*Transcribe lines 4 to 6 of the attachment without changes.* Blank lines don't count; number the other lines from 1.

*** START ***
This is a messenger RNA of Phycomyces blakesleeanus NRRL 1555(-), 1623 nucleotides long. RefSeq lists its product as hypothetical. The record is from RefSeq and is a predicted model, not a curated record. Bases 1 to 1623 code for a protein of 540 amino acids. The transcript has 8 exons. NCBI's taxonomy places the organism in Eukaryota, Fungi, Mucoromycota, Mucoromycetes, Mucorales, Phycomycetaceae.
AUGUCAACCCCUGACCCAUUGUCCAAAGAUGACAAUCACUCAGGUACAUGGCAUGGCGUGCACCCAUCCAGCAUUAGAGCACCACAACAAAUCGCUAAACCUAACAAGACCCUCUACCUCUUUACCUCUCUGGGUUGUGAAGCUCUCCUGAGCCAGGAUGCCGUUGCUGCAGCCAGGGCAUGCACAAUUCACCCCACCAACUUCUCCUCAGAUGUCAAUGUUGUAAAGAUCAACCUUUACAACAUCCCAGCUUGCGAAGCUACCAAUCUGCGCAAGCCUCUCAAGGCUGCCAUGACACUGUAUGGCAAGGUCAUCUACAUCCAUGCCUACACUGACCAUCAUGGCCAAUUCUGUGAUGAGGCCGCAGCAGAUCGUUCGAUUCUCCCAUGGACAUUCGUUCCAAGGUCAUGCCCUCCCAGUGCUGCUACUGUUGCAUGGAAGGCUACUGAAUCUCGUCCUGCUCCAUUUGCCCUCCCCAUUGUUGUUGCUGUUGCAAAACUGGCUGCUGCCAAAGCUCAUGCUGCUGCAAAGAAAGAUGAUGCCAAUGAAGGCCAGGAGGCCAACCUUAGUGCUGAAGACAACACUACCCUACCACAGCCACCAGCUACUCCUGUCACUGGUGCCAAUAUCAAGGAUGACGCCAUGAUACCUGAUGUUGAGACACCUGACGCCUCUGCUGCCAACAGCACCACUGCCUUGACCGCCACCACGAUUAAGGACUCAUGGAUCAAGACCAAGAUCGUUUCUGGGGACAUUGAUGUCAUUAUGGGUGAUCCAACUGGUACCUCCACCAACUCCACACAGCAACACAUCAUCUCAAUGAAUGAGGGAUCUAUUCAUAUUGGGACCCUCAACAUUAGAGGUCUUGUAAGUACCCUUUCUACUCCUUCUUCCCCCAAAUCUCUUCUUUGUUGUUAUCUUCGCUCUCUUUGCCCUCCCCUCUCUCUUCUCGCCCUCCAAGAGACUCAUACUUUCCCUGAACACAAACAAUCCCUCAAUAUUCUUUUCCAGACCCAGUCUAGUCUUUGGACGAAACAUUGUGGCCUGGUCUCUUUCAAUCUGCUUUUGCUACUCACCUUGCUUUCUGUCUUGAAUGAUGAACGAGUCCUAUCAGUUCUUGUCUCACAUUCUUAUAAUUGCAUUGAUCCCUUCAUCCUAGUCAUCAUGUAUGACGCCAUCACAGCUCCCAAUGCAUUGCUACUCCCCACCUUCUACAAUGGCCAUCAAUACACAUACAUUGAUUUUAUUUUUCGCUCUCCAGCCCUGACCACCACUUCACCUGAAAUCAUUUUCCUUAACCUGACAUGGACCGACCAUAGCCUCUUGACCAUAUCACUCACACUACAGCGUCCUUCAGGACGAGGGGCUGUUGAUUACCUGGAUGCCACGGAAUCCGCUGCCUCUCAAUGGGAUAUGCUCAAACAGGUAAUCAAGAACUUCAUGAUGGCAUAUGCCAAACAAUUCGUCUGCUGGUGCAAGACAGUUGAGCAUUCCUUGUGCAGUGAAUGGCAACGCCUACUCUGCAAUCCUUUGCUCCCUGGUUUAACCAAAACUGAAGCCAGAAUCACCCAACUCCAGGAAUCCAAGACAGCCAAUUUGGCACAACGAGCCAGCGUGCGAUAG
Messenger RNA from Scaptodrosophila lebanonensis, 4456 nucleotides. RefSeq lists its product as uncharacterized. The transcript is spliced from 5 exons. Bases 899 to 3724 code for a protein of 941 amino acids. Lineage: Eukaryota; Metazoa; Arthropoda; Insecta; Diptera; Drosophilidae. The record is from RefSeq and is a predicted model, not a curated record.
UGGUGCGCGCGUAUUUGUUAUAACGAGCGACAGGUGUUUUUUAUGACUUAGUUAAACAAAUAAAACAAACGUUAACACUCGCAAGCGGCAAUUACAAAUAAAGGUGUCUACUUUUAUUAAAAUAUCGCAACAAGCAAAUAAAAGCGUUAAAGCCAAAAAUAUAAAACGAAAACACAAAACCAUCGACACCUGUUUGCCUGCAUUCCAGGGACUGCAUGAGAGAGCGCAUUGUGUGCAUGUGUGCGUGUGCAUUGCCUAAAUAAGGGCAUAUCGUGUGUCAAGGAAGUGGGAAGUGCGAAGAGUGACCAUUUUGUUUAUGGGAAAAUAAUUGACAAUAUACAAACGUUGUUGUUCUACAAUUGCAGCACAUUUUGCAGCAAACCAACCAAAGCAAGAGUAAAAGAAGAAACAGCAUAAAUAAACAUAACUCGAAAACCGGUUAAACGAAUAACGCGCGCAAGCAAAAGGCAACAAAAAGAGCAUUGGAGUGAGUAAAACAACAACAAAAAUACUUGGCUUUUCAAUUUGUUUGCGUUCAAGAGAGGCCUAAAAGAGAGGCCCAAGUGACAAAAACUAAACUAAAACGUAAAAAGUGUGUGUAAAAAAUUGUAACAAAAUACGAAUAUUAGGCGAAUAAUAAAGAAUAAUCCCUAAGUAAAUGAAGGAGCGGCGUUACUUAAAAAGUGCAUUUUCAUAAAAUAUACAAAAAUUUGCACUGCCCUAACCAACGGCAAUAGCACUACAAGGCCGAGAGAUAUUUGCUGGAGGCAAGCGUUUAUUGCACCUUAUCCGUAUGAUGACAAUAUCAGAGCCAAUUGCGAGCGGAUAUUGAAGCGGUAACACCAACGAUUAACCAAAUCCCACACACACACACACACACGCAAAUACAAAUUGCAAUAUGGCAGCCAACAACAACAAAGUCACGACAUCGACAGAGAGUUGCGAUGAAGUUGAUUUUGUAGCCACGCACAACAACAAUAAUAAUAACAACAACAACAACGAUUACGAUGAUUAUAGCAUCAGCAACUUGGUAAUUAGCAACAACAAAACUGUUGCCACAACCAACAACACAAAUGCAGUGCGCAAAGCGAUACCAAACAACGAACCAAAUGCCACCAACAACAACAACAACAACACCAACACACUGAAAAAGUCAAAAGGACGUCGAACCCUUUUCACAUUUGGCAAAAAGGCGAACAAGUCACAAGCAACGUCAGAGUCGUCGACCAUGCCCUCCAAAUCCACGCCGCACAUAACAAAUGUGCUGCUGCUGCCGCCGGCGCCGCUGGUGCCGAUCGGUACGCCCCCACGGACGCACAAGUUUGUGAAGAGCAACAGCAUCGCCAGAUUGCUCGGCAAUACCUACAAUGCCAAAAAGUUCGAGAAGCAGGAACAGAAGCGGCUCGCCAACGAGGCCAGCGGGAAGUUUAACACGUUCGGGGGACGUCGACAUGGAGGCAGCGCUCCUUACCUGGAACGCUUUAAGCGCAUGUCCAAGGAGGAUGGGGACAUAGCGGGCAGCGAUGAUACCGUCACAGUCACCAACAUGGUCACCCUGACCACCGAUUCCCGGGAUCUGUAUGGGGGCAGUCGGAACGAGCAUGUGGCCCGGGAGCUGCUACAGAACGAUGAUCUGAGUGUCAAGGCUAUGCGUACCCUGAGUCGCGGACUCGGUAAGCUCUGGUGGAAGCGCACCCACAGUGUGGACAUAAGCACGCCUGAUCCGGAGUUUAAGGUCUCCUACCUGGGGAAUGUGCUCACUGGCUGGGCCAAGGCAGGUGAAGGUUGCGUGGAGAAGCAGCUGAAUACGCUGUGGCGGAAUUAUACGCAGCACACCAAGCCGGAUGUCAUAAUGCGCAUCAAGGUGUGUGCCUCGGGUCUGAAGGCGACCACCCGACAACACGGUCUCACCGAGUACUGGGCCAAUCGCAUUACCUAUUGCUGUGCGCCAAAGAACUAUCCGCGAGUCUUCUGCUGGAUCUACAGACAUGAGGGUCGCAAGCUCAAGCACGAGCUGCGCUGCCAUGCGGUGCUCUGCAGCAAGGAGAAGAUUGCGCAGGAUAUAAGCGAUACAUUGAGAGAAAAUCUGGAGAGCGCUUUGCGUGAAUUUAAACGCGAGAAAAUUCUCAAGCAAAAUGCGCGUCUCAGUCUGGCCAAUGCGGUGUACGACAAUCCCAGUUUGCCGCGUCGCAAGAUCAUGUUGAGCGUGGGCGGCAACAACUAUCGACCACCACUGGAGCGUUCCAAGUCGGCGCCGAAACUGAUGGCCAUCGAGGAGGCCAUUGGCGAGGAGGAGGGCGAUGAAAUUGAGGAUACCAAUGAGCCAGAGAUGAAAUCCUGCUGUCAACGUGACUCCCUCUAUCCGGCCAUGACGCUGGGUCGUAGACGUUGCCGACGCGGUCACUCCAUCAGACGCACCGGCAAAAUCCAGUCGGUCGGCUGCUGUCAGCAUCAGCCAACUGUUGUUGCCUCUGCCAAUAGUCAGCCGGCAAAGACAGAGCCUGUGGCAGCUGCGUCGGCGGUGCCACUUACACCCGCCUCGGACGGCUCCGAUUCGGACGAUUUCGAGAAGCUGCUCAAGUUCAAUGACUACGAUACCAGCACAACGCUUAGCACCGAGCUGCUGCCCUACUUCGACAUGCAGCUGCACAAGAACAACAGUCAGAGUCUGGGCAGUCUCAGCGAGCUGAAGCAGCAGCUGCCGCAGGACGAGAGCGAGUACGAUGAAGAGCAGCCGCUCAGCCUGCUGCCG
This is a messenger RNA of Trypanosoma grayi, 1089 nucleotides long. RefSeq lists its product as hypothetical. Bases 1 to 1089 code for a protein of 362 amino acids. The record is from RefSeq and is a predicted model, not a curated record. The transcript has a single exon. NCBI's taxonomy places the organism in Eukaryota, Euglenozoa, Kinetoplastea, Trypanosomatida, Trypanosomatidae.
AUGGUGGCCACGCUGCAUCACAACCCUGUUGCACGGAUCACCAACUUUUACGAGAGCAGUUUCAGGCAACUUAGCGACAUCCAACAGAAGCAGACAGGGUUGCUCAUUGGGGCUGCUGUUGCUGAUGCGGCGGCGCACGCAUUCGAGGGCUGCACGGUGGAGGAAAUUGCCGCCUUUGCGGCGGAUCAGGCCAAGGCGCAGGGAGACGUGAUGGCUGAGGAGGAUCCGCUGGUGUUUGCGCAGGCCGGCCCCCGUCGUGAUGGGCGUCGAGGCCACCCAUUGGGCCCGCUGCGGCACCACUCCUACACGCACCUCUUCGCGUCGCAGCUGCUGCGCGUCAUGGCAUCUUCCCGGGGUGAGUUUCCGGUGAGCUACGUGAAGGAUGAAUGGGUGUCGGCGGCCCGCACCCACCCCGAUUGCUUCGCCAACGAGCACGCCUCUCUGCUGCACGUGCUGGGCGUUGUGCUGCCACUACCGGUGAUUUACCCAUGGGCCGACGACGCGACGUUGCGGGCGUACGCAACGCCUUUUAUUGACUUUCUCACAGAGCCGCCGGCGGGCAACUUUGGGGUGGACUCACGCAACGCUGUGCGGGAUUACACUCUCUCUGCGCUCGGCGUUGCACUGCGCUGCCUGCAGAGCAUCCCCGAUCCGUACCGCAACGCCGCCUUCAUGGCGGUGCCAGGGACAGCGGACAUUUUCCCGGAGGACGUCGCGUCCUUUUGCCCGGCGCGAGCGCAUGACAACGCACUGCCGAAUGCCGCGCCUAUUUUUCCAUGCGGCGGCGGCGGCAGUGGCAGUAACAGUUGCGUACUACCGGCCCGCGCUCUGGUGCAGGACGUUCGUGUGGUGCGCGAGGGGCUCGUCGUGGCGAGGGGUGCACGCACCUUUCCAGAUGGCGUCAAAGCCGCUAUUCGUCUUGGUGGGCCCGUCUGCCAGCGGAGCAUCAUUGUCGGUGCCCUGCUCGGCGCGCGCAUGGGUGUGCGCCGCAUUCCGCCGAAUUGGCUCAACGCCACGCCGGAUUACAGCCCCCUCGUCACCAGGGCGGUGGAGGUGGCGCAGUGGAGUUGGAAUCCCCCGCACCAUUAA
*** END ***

UGGUGCGCGCGUAUUUGUUAUAACGAGCGACAGGUGUUUUUUAUGACUUAGUUAAACAAAUAAAACAAACGUUAACACUCGCAAGCGGCAAUUACAAAUAAAGGUGUCUACUUUUAUUAAAAUAUCGCAACAAGCAAAUAAAAGCGUUAAAGCCAAAAAUAUAAAACGAAAACACAAAACCAUCGACACCUGUUUGCCUGCAUUCCAGGGACUGCAUGAGAGAGCGCAUUGUGUGCAUGUGUGCGUGUGCAUUGCCUAAAUAAGGGCAUAUCGUGUGUCAAGGAAGUGGGAAGUGCGAAGAGUGACCAUUUUGUUUAUGGGAAAAUAAUUGACAAUAUACAAACGUUGUUGUUCUACAAUUGCAGCACAUUUUGCAGCAAACCAACCAAAGCAAGAGUAAAAGAAGAAACAGCAUAAAUAAACAUAACUCGAAAACCGGUUAAACGAAUAACGCGCGCAAGCAAAAGGCAACAAAAAGAGCAUUGGAGUGAGUAAAACAACAACAAAAAUACUUGGCUUUUCAAUUUGUUUGCGUUCAAGAGAGGCCUAAAAGAGAGGCCCAAGUGACAAAAACUAAACUAAAACGUAAAAAGUGUGUGUAAAAAAUUGUAACAAAAUACGAAUAUUAGGCGAAUAAUAAAGAAUAAUCCCUAAGUAAAUGAAGGAGCGGCGUUACUUAAAAAGUGCAUUUUCAUAAAAUAUACAAAAAUUUGCACUGCCCUAACCAACGGCAAUAGCACUACAAGGCCGAGAGAUAUUUGCUGGAGGCAAGCGUUUAUUGCACCUUAUCCGUAUGAUGACAAUAUCAGAGCCAAUUGCGAGCGGAUAUUGAAGCGGUAACACCAACGAUUAACCAAAUCCCACACACACACACACACACGCAAAUACAAAUUGCAAUAUGGCAGCCAACAACAACAAAGUCACGACAUCGACAGAGAGUUGCGAUGAAGUUGAUUUUGUAGCCACGCACAACAACAAUAAUAAUAACAACAACAACAACGAUUACGAUGAUUAUAGCAUCAGCAACUUGGUAAUUAGCAACAACAAAACUGUUGCCACAACCAACAACACAAAUGCAGUGCGCAAAGCGAUACCAAACAACGAACCAAAUGCCACCAACAACAACAACAACAACACCAACACACUGAAAAAGUCAAAAGGACGUCGAACCCUUUUCACAUUUGGCAAAAAGGCGAACAAGUCACAAGCAACGUCAGAGUCGUCGACCAUGCCCUCCAAAUCCACGCCGCACAUAACAAAUGUGCUGCUGCUGCCGCCGGCGCCGCUGGUGCCGAUCGGUACGCCCCCACGGACGCACAAGUUUGUGAAGAGCAACAGCAUCGCCAGAUUGCUCGGCAAUACCUACAAUGCCAAAAAGUUCGAGAAGCAGGAACAGAAGCGGCUCGCCAACGAGGCCAGCGGGAAGUUUAACACGUUCGGGGGACGUCGACAUGGAGGCAGCGCUCCUUACCUGGAACGCUUUAAGCGCAUGUCCAAGGAGGAUGGGGACAUAGCGGGCAGCGAUGAUACCGUCACAGUCACCAACAUGGUCACCCUGACCACCGAUUCCCGGGAUCUGUAUGGGGGCAGUCGGAACGAGCAUGUGGCCCGGGAGCUGCUACAGAACGAUGAUCUGAGUGUCAAGGCUAUGCGUACCCUGAGUCGCGGACUCGGUAAGCUCUGGUGGAAGCGCACCCACAGUGUGGACAUAAGCACGCCUGAUCCGGAGUUUAAGGUCUCCUACCUGGGGAAUGUGCUCACUGGCUGGGCCAAGGCAGGUGAAGGUUGCGUGGAGAAGCAGCUGAAUACGCUGUGGCGGAAUUAUACGCAGCACACCAAGCCGGAUGUCAUAAUGCGCAUCAAGGUGUGUGCCUCGGGUCUGAAGGCGACCACCCGACAACACGGUCUCACCGAGUACUGGGCCAAUCGCAUUACCUAUUGCUGUGCGCCAAAGAACUAUCCGCGAGUCUUCUGCUGGAUCUACAGACAUGAGGGUCGCAAGCUCAAGCACGAGCUGCGCUGCCAUGCGGUGCUCUGCAGCAAGGAGAAGAUUGCGCAGGAUAUAAGCGAUACAUUGAGAGAAAAUCUGGAGAGCGCUUUGCGUGAAUUUAAACGCGAGAAAAUUCUCAAGCAAAAUGCGCGUCUCAGUCUGGCCAAUGCGGUGUACGACAAUCCCAGUUUGCCGCGUCGCAAGAUCAUGUUGAGCGUGGGCGGCAACAACUAUCGACCACCACUGGAGCGUUCCAAGUCGGCGCCGAAACUGAUGGCCAUCGAGGAGGCCAUUGGCGAGGAGGAGGGCGAUGAAAUUGAGGAUACCAAUGAGCCAGAGAUGAAAUCCUGCUGUCAACGUGACUCCCUCUAUCCGGCCAUGACGCUGGGUCGUAGACGUUGCCGACGCGGUCACUCCAUCAGACGCACCGGCAAAAUCCAGUCGGUCGGCUGCUGUCAGCAUCAGCCAACUGUUGUUGCCUCUGCCAAUAGUCAGCCGGCAAAGACAGAGCCUGUGGCAGCUGCGUCGGCGGUGCCACUUACACCCGCCUCGGACGGCUCCGAUUCGGACGAUUUCGAGAAGCUGCUCAAGUUCAAUGACUACGAUACCAGCACAACGCUUAGCACCGAGCUGCUGCCCUACUUCGACAUGCAGCUGCACAAGAACAACAGUCAGAGUCUGGGCAGUCUCAGCGAGCUGAAGCAGCAGCUGCCGCAGGACGAGAGCGAGUACGAUGAAGAGCAGCCGCUCAGCCUGCUGCCG
This is a messenger RNA of Trypanosoma grayi, 1089 nucleotides long. RefSeq lists its product as hypothetical. Bases 1 to 1089 code for a protein of 362 amino acids. The record is from RefSeq and is a predicted model, not a curated record. The transcript has a single exon. NCBI's taxonomy places the organism in Eukaryota, Euglenozoa, Kinetoplastea, Trypanosomatida, Trypanosomatidae.
AUGGUGGCCACGCUGCAUCACAACCCUGUUGCACGGAUCACCAACUUUUACGAGAGCAGUUUCAGGCAACUUAGCGACAUCCAACAGAAGCAGACAGGGUUGCUCAUUGGGGCUGCUGUUGCUGAUGCGGCGGCGCACGCAUUCGAGGGCUGCACGGUGGAGGAAAUUGCCGCCUUUGCGGCGGAUCAGGCCAAGGCGCAGGGAGACGUGAUGGCUGAGGAGGAUCCGCUGGUGUUUGCGCAGGCCGGCCCCCGUCGUGAUGGGCGUCGAGGCCACCCAUUGGGCCCGCUGCGGCACCACUCCUACACGCACCUCUUCGCGUCGCAGCUGCUGCGCGUCAUGGCAUCUUCCCGGGGUGAGUUUCCGGUGAGCUACGUGAAGGAUGAAUGGGUGUCGGCGGCCCGCACCCACCCCGAUUGCUUCGCCAACGAGCACGCCUCUCUGCUGCACGUGCUGGGCGUUGUGCUGCCACUACCGGUGAUUUACCCAUGGGCCGACGACGCGACGUUGCGGGCGUACGCAACGCCUUUUAUUGACUUUCUCACAGAGCCGCCGGCGGGCAACUUUGGGGUGGACUCACGCAACGCUGUGCGGGAUUACACUCUCUCUGCGCUCGGCGUUGCACUGCGCUGCCUGCAGAGCAUCCCCGAUCCGUACCGCAACGCCGCCUUCAUGGCGGUGCCAGGGACAGCGGACAUUUUCCCGGAGGACGUCGCGUCCUUUUGCCCGGCGCGAGCGCAUGACAACGCACUGCCGAAUGCCGCGCCUAUUUUUCCAUGCGGCGGCGGCGGCAGUGGCAGUAACAGUUGCGUACUACCGGCCCGCGCUCUGGUGCAGGACGUUCGUGUGGUGCGCGAGGGGCUCGUCGUGGCGAGGGGUGCACGCACCUUUCCAGAUGGCGUCAAAGCCGCUAUUCGUCUUGGUGGGCCCGUCUGCCAGCGGAGCAUCAUUGUCGGUGCCCUGCUCGGCGCGCGCAUGGGUGUGCGCCGCAUUCCGCCGAAUUGGCUCAACGCCACGCCGGAUUACAGCCCCCUCGUCACCAGGGCGGUGGAGGUGGCGCAGUGGAGUUGGAAUCCCCCGCACCAUUAA